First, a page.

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Hoffmann, R. A wiki for the life sciences where authorship matters. Nature Genetics (2008)

Nucleotide sequence and characterization of temperature-sensitive pol1 mutants of Saccharomyces cerevisiae.

We have analyzed the effects of temperature-sensitivity (ts)-conferring mutations in the Saccharomyces cerevisiae DNA polymerase I-encoding gene on cell growth, in vivo DNA synthesis, intrachromosomal gene conversion and pop-out recombination. Also, we have identified the molecular defect responsible for the ts phenotype. Two mutant alleles (cdc17-1, cdc17-2) were originally identified as cell-cycle mutations, while a third mutation (hpr3) was found during a genetic screening for mutants with a hyper-recombination phenotype. Both cdc17-2 and hpr3 cells complete one round of cell division and DNA replication after shift to nonpermissive temperature, before being arrested as dumbbell-shaped cells. Conversely, the cdc17-1 mutation immediately blocks growth and DNA synthesis at 37 degrees C. No substantial difference was observed in the frequency of intrachromosomal gene conversion and pop-out recombination events, when hpr3 and cdc17-1 were compared to the previously characterized pol1-1 mutant. These two frequencies were ten- to 30-fold above wild-type level at semipermissive temperature. In each mutant, a single bp substitution, causing the replacement of Gly residues by either Asp (cdc17-1, cdc17-2) or Glu (hpr3) in yeast DNA polymerase I is responsible for the ts phenotype.[1]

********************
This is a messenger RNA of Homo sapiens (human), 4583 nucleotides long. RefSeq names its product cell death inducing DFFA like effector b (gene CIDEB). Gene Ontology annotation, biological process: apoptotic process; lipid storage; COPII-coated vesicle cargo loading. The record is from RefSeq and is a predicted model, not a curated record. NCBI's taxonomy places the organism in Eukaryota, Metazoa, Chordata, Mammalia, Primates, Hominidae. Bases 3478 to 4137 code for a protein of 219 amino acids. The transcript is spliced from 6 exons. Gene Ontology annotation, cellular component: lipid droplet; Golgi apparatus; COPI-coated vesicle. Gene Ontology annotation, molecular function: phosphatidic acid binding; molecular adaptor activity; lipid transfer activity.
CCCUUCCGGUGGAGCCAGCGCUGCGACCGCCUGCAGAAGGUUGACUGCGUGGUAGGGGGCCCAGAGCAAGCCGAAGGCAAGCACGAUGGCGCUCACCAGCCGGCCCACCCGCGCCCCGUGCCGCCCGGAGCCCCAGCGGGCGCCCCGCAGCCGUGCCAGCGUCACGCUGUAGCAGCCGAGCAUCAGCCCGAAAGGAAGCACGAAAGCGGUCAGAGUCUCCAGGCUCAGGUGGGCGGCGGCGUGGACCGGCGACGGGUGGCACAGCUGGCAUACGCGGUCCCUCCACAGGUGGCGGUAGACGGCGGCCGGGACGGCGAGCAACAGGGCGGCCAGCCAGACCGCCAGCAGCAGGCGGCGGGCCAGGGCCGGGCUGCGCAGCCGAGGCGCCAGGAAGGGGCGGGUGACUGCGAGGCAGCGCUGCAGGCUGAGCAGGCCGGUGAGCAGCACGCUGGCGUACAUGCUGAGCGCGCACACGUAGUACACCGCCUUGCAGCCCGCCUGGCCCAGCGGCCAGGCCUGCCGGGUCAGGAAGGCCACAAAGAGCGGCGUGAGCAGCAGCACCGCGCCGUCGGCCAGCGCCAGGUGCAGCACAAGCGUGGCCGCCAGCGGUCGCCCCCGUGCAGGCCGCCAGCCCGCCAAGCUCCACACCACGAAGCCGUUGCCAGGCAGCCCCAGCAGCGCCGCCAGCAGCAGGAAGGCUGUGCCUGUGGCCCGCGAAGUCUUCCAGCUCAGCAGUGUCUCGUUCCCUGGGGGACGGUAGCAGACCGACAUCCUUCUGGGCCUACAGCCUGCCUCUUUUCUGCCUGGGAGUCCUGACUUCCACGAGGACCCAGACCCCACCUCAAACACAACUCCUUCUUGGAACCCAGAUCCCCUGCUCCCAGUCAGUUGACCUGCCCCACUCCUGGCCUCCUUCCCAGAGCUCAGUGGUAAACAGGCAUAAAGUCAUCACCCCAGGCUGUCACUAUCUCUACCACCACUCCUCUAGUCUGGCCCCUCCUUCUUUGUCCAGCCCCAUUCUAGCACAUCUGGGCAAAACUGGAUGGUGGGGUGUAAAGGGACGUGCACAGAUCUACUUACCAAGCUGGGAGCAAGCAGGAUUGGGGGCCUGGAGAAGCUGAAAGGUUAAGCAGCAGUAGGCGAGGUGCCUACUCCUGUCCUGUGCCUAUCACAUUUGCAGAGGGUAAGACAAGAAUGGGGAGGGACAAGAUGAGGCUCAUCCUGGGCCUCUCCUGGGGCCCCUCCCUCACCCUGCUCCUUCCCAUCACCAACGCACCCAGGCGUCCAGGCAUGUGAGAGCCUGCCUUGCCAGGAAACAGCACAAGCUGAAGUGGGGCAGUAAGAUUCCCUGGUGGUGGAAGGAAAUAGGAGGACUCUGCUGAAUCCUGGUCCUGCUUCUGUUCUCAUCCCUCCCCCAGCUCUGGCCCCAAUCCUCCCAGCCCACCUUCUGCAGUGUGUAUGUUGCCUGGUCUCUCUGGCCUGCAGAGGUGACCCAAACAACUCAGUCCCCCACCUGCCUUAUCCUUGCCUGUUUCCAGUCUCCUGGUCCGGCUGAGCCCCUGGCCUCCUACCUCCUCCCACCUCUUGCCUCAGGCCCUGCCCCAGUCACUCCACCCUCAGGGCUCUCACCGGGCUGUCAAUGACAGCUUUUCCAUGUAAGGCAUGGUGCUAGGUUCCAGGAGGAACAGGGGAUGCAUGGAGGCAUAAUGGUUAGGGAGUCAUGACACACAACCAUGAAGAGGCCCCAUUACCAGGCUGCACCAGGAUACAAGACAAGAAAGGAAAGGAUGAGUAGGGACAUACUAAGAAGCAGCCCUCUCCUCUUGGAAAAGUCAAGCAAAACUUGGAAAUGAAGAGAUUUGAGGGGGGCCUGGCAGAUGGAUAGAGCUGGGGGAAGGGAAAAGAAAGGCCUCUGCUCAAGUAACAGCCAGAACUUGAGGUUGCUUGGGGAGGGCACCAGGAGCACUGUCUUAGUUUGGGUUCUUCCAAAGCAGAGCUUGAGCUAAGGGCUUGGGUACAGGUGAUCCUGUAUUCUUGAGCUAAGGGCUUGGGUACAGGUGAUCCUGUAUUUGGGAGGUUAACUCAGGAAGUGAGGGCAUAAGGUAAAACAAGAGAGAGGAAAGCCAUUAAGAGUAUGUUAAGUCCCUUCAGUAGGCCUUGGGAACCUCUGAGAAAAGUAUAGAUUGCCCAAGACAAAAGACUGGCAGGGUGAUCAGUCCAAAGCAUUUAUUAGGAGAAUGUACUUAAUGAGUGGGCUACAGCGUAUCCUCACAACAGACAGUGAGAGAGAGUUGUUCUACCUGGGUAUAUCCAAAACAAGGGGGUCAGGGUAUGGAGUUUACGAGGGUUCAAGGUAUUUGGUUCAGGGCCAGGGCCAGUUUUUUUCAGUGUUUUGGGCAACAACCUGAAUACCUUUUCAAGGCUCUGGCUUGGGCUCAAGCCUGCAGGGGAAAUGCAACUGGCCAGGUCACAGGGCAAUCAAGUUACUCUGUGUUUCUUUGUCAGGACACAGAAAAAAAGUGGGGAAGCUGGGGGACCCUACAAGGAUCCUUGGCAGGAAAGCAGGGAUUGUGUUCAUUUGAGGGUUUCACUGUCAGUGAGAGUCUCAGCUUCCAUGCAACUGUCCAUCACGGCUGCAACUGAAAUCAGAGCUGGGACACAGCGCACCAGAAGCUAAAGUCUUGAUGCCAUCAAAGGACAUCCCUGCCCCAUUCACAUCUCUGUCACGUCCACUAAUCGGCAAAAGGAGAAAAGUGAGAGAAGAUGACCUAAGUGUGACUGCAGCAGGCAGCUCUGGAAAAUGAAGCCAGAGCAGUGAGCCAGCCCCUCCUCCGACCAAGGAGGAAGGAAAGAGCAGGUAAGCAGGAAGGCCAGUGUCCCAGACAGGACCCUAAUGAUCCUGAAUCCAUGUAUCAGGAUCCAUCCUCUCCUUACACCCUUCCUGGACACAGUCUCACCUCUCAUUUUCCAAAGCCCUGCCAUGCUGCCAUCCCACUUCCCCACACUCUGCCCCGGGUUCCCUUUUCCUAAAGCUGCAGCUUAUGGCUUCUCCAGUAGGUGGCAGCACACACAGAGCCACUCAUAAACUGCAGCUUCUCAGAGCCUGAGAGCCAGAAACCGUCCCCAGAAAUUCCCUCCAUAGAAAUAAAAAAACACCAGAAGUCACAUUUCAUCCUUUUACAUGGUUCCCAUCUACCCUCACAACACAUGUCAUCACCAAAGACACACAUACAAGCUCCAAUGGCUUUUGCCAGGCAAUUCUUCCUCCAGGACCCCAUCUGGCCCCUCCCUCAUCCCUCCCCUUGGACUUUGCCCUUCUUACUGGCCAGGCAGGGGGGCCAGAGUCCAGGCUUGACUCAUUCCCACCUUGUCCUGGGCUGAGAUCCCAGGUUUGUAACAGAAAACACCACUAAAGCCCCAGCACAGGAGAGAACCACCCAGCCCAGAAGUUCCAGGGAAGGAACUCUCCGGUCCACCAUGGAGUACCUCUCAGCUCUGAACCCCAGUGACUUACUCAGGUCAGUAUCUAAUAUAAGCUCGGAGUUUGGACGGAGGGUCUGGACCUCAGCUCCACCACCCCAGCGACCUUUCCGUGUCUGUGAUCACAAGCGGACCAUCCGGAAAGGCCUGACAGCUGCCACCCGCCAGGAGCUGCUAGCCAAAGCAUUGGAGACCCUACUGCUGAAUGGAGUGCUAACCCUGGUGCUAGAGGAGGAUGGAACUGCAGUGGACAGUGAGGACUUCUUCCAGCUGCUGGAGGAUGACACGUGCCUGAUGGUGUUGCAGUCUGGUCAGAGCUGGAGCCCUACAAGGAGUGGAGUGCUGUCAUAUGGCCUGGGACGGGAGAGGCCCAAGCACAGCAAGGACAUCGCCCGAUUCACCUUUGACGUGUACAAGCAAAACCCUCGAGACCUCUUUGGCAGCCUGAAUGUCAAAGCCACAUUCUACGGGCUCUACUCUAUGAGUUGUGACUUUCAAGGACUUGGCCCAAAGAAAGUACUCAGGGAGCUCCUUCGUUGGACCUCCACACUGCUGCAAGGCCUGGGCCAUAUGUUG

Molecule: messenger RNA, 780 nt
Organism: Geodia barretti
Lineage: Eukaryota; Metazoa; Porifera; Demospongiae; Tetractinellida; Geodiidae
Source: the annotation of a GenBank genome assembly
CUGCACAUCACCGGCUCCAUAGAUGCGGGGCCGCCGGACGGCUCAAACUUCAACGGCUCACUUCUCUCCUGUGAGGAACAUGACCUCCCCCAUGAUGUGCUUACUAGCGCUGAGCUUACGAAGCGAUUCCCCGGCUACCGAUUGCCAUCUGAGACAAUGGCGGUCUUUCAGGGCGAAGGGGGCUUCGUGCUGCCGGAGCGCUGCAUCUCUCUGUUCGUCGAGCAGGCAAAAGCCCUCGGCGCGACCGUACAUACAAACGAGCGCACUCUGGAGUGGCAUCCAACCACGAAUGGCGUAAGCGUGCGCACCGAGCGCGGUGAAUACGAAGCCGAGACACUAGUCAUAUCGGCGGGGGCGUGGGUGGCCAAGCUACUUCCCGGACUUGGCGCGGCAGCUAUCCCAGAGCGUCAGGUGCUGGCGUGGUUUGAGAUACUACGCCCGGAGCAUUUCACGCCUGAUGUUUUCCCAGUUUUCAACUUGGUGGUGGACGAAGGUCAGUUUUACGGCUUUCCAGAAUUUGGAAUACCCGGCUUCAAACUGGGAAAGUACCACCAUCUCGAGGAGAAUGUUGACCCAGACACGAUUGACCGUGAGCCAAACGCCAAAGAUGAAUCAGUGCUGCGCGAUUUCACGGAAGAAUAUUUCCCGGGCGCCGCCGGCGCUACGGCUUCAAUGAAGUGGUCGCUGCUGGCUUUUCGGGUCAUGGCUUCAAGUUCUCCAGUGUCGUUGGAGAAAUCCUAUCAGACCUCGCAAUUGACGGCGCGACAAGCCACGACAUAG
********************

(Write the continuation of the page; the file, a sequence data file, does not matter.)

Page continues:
1. Nucleotide sequence and characterization of temperature-sensitive pol1 mutants of Saccharomyces cerevisiae. Lucchini, G., Falconi, M.M., Pizzagalli, A., Aguilera, A., Klein, H.L., Plevani, P. Gene (1990) [Pubmed]
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